Many wouldn’t believe it. We have run The Collector’s Series for almost 8 months now and not a single modern Rolex has featured. Of course we did feature Chris’s vintage one here a few weeks back. But that doesn’t count, I am referring to post 2000’s here! If you had asked me if that would be the case before we embarked on this journey, I would have laughed you out of the room. Truth is, we have left it completely at the discretion of the collectors to which watch they chose to discuss with us. Our guest this week is a master craftsman with a huge reputation with those who appreciate fine footwear. And on top of that, he’s also the proud owner of a Rolex Submariner 16610.
Tony Gaziano & Dean Girling co-founded Gaziano & Girling in 2006. They make some of the finest shoes in the world at their English factory in Northampton. I had first noticed Dean Girling’s watch when I visited their store on Savile Row last year. Gaziano & Girling produce bench-made shoes with the feel of bespoke. This was their stated aim when Tony and Dean first set up. They had both come from roles with some of the best know English makers of both ready-to-wear and bespoke. However, they both felt they could create something unique by combining the best practices of the latter with the quality and consistency of the former. Much like in the watch world we appreciate the finishing of a movement or case, the work around the waist of their shoes in particular, and oak-bark soles, set them apart.
It was fascinating to understand why a gentleman of his calibre, who prides himself of such meticulous attention to detail and quality choose that particular watch, a Rolex Submariner 16610. Needless to say, I found out when we sat down in Mayfair last week.
So Dean, when did you first get into watches?
I would say I had an interest from the age of 20.
What is it you appreciate about them?
I’m fascinated by the precision engineering of a watch. Although when you see a watch factory the clinical dust-free environment is like a laboratory – quite different to a shoe factory. There’s a number of similarities between that and shoemaking in that they’re both very old crafts. With watches, it is the handcrafting process with fine components.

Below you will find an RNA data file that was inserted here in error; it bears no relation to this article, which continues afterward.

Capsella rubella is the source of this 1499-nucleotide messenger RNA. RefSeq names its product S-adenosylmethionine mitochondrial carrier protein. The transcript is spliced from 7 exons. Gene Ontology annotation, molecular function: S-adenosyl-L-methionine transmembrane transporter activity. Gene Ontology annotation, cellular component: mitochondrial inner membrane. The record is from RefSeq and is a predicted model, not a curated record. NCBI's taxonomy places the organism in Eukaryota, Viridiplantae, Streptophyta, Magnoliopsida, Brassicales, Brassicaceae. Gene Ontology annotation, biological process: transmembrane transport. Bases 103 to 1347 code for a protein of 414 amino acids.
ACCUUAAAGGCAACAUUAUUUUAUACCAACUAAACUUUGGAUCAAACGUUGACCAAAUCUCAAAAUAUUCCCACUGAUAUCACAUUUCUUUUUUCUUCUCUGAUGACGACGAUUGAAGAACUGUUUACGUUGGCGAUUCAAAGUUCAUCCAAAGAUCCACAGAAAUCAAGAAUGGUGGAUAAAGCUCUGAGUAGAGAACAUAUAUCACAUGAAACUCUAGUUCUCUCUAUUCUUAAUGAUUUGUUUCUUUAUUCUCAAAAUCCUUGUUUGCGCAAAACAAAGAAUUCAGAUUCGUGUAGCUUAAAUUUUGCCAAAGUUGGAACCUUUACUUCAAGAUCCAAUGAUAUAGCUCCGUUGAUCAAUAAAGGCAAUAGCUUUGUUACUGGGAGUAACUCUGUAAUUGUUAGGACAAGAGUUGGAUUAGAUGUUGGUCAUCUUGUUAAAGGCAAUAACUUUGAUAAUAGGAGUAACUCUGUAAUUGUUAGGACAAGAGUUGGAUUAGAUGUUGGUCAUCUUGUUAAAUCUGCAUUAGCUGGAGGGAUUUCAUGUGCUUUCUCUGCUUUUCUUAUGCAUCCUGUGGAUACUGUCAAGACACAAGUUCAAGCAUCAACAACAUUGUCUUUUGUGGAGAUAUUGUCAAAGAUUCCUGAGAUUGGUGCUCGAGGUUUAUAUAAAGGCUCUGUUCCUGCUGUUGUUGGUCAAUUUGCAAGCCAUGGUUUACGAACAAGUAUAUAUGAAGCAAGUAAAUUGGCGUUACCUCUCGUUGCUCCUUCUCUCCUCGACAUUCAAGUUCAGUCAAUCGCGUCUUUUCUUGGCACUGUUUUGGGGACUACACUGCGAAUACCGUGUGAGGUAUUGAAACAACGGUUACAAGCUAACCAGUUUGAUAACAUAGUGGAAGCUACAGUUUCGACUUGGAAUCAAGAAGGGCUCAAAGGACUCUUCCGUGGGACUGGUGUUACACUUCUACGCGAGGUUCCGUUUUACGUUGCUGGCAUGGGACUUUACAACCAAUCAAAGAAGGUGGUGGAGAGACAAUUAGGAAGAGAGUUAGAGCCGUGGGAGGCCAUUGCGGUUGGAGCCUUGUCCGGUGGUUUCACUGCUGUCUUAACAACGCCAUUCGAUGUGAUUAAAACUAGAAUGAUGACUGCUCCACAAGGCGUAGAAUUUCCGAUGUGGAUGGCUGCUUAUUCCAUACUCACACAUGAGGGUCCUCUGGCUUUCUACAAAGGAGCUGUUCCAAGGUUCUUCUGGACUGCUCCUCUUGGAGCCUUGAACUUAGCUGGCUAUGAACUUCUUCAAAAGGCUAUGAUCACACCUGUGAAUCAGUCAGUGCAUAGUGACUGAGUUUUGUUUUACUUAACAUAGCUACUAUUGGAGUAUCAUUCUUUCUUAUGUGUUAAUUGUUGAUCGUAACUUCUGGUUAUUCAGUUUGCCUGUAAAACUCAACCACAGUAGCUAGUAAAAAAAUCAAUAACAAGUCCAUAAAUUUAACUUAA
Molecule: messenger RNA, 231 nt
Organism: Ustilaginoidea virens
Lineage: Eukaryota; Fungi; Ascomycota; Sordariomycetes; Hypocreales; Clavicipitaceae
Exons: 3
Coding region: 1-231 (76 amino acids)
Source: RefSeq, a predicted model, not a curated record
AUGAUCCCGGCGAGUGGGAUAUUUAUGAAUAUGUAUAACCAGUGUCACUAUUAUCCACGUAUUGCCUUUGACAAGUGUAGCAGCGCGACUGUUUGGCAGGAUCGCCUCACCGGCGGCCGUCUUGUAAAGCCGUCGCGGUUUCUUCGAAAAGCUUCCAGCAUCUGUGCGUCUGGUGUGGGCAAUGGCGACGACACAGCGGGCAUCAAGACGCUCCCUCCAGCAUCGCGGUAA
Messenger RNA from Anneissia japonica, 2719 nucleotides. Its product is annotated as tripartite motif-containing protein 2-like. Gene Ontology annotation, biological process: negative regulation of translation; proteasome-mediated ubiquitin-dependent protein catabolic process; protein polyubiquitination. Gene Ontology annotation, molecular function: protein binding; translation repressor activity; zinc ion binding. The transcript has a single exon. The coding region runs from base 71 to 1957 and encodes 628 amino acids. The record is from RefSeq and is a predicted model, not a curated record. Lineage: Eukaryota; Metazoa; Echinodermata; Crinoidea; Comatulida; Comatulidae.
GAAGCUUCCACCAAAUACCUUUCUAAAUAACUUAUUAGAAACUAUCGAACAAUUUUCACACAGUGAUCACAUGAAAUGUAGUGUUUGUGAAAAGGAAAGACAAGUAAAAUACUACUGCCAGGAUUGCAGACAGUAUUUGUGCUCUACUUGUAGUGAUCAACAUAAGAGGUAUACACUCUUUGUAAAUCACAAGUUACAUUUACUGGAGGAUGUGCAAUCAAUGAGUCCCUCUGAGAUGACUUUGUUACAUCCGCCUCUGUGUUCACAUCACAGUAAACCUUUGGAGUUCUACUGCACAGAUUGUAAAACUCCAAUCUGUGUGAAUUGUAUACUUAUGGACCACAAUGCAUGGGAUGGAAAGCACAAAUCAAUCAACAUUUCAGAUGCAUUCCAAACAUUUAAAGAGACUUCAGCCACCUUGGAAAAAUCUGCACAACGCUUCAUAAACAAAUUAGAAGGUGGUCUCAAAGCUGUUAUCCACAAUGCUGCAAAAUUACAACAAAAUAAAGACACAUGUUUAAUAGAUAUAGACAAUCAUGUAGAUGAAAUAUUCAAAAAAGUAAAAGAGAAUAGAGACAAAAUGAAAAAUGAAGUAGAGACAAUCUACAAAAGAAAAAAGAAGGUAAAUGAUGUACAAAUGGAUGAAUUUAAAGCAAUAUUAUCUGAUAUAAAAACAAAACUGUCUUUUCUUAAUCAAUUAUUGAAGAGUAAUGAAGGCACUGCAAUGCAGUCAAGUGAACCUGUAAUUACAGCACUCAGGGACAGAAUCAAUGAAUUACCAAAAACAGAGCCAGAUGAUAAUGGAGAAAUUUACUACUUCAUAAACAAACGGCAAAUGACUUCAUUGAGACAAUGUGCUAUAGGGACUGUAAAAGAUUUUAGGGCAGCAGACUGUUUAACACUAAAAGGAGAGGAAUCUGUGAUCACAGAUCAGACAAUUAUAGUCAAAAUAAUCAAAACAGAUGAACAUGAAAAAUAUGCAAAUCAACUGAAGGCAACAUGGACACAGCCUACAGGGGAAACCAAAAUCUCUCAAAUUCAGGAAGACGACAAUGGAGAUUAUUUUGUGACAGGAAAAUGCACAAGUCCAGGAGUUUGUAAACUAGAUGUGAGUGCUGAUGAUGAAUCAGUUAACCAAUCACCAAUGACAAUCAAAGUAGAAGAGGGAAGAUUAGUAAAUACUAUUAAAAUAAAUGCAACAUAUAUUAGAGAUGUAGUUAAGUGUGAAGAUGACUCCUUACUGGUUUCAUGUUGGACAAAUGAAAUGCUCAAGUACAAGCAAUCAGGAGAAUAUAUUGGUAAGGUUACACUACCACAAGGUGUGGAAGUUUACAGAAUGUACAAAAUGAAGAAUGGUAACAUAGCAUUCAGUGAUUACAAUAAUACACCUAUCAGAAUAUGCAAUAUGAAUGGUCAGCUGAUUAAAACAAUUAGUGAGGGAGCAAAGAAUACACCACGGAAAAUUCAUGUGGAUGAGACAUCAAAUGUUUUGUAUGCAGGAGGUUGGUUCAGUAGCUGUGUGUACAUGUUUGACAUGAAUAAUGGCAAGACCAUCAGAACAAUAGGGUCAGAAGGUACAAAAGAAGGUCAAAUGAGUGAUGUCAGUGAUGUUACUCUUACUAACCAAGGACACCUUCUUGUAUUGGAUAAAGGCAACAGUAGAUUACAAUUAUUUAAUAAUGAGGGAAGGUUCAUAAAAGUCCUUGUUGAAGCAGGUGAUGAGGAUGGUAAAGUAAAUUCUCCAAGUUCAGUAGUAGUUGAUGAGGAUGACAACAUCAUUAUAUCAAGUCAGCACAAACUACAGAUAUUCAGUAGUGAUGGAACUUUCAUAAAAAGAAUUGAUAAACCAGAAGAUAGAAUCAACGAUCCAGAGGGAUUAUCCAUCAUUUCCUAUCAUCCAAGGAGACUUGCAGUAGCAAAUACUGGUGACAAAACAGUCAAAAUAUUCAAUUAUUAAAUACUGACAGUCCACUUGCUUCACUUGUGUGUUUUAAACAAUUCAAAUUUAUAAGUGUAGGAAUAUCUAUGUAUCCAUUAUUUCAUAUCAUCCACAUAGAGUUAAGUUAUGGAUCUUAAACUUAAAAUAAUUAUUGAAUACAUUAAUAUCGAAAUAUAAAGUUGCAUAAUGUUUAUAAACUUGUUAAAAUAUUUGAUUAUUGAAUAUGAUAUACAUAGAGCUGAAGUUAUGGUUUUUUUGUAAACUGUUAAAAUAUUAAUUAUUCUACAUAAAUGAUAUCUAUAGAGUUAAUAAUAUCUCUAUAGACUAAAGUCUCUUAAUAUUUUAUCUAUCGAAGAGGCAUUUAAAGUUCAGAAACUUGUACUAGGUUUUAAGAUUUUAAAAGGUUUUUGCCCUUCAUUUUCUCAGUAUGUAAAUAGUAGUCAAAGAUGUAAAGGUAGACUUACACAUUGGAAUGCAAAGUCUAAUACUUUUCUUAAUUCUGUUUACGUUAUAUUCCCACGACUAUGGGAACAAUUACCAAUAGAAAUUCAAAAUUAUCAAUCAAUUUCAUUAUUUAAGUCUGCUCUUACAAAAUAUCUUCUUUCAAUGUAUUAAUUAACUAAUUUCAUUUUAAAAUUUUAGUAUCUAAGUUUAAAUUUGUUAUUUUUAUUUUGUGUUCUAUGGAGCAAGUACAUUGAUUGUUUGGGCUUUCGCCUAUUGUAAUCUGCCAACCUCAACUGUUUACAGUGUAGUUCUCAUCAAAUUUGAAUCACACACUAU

Can you tell us a bit more about your Rolex Submariner 16610?
The Rolex Submariner 16610 is my everyday watch. This particular model I’ve owned for about five years. I like that it’s both a sports watch and a classic. It’s practical – and even if I do not dive, I use it to tell the time. I don’t wear a suit every day so I usually wear it with casual clothing. I would still wear it with a suit, probably with a classic pair of Chelsea boots, which are a favourite style of mine.
Why the Submariner?
I wanted an everyday watch, that suited my lifestyle. It is a classic piece.
How does it fit in with your lifestyle?
It is reliable. Consistently good in its performance.
What three words would you use to describe it?
Timeless, reliable and practical.
What do you look for when buying a watch?
Its residual value.
What would your advice be to anyone looking to buy a watch?
To think before you buy. Trust in a brand plays a vital role. Rolex has the residual value that not all Swiss watches have.
Do you get many questions about it when you are wearing it?
It is most definitely a conversational piece.
Can a collector ever be fully satisfied?
There will always be something special, rare and unique that catches a collector’s eye. So I guess the answer to that is no.
What, if anything have you got your eye on next?
A Frank Muller… not sure which one just yet, but I love the case design.